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This article is taken from PN Review 39, Volume 11 Number 1, July - August 1984.

C.H. Sisson Geoffrey Hill

The text of a lecture delivered in the Department of English, University of Bristol, March 1980, during the author's tenure of the Churchill Fellowship.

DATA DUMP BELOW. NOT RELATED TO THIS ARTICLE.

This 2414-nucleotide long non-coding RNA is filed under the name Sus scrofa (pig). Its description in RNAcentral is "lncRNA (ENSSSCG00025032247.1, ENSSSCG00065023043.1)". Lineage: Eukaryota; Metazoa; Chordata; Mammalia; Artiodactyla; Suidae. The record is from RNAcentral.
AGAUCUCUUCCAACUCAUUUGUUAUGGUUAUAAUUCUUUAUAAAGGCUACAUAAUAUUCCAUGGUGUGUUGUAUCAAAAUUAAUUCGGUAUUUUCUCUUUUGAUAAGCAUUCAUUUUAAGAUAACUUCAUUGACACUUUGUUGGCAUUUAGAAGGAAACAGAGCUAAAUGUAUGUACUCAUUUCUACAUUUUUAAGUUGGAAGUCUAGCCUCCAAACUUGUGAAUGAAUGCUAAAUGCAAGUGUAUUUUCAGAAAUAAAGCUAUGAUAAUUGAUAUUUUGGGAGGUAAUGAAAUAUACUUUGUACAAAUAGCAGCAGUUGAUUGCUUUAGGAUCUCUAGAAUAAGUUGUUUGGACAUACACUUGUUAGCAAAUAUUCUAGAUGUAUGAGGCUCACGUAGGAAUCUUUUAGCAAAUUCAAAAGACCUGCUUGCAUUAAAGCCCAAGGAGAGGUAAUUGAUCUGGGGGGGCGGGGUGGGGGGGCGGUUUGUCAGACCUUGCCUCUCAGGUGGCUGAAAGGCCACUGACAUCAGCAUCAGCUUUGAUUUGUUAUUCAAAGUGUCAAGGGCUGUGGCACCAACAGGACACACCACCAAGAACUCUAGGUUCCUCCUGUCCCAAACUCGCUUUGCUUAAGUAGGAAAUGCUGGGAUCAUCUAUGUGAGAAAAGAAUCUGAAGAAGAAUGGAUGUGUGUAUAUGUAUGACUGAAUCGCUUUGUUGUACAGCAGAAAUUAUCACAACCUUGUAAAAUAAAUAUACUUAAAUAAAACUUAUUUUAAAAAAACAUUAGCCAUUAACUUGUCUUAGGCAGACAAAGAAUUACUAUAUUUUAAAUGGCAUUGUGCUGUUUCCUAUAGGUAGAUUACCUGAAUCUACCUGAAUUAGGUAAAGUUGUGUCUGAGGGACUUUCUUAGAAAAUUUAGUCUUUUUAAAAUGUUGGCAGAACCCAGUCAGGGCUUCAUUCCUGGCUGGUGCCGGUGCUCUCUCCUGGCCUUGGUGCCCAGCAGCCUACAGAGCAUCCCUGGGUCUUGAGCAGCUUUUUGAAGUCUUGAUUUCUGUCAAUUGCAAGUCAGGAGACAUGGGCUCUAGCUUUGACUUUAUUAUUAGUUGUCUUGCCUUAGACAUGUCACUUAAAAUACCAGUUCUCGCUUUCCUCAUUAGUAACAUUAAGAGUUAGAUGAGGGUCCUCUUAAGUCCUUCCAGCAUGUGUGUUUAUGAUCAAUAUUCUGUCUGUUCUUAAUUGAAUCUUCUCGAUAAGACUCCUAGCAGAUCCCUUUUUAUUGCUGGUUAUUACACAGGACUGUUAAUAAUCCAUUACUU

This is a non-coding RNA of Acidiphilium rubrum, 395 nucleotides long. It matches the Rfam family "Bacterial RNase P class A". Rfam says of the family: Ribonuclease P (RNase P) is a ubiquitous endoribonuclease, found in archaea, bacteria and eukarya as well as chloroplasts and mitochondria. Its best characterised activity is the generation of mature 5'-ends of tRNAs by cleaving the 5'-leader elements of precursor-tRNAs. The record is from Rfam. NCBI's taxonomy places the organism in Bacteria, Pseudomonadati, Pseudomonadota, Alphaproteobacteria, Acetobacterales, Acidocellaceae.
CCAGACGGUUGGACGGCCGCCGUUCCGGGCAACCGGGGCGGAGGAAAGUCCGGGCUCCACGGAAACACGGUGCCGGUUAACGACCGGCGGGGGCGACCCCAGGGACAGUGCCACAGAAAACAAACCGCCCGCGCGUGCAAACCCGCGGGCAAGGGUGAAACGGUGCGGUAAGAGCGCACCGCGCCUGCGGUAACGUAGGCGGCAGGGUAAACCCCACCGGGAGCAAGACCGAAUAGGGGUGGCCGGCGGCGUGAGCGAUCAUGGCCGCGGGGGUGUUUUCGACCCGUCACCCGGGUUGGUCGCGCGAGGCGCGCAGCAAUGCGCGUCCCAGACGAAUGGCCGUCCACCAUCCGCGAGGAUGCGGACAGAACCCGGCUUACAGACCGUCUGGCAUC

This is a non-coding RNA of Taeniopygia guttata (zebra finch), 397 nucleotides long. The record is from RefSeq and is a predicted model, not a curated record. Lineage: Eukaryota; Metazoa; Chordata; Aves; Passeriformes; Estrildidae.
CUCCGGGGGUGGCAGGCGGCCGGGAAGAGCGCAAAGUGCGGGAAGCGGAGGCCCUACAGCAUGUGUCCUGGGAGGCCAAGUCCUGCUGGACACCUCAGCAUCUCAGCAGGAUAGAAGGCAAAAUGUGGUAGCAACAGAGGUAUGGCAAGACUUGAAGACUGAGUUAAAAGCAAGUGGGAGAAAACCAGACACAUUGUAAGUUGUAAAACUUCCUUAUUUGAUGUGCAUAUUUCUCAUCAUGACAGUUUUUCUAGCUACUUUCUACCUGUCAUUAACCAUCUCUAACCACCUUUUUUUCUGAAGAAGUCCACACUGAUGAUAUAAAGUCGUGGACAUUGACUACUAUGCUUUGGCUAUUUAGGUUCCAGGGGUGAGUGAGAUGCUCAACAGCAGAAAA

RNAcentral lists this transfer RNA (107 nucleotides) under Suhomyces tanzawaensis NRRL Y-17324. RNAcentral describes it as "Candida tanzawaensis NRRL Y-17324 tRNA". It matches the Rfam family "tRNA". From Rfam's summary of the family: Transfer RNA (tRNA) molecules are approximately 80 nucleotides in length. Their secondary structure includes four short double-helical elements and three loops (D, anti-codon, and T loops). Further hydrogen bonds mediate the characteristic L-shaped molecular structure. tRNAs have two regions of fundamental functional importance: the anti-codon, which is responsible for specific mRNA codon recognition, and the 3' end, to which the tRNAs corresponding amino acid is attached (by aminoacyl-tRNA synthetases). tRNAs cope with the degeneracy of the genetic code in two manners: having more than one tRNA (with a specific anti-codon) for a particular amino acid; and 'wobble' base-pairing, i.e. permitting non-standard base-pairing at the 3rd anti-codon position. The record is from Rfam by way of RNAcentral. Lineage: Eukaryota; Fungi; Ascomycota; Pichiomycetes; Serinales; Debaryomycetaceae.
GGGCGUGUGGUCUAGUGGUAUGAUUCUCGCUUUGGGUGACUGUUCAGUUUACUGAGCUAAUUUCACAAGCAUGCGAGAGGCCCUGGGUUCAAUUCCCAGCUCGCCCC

Charles Sisson is a writer who has a keen engagement with, but no commitment to, politics. In saying this I try not only to describe his position but also to evoke his tone. 'Commitment', in its generally-accepted sense, is not a term that would receive his deference. The reasons for this are plain. 'Commitment' is not merely a word; it is a stance, an ethos even. And the stance is not one that attracts him; the ethos is alien to him. And yet if we were simply to suppose that a man who does not espouse commitment must of necessity be uncommitted, some study of Sisson's literary and political writings would instruct us otherwise. He has his style; and the style is a compounding of the direct and the oblique. He has observed that Richard Crashaw's was 'a mind in search of artifices to protect itself against its own passions, (Collected Essays, 470). It must be said at once that this does not describe Sisson's own style of experience or style of utterance. He seems to me one of the least self-protective of poets, unconcerned with, even disdainful of, artifice, if by artifice is meant creation of personae, or the deployment of rhetorical eloquence as a distancing or subliming medium. In the climate of our age, this ought to make him unremarkable but ...

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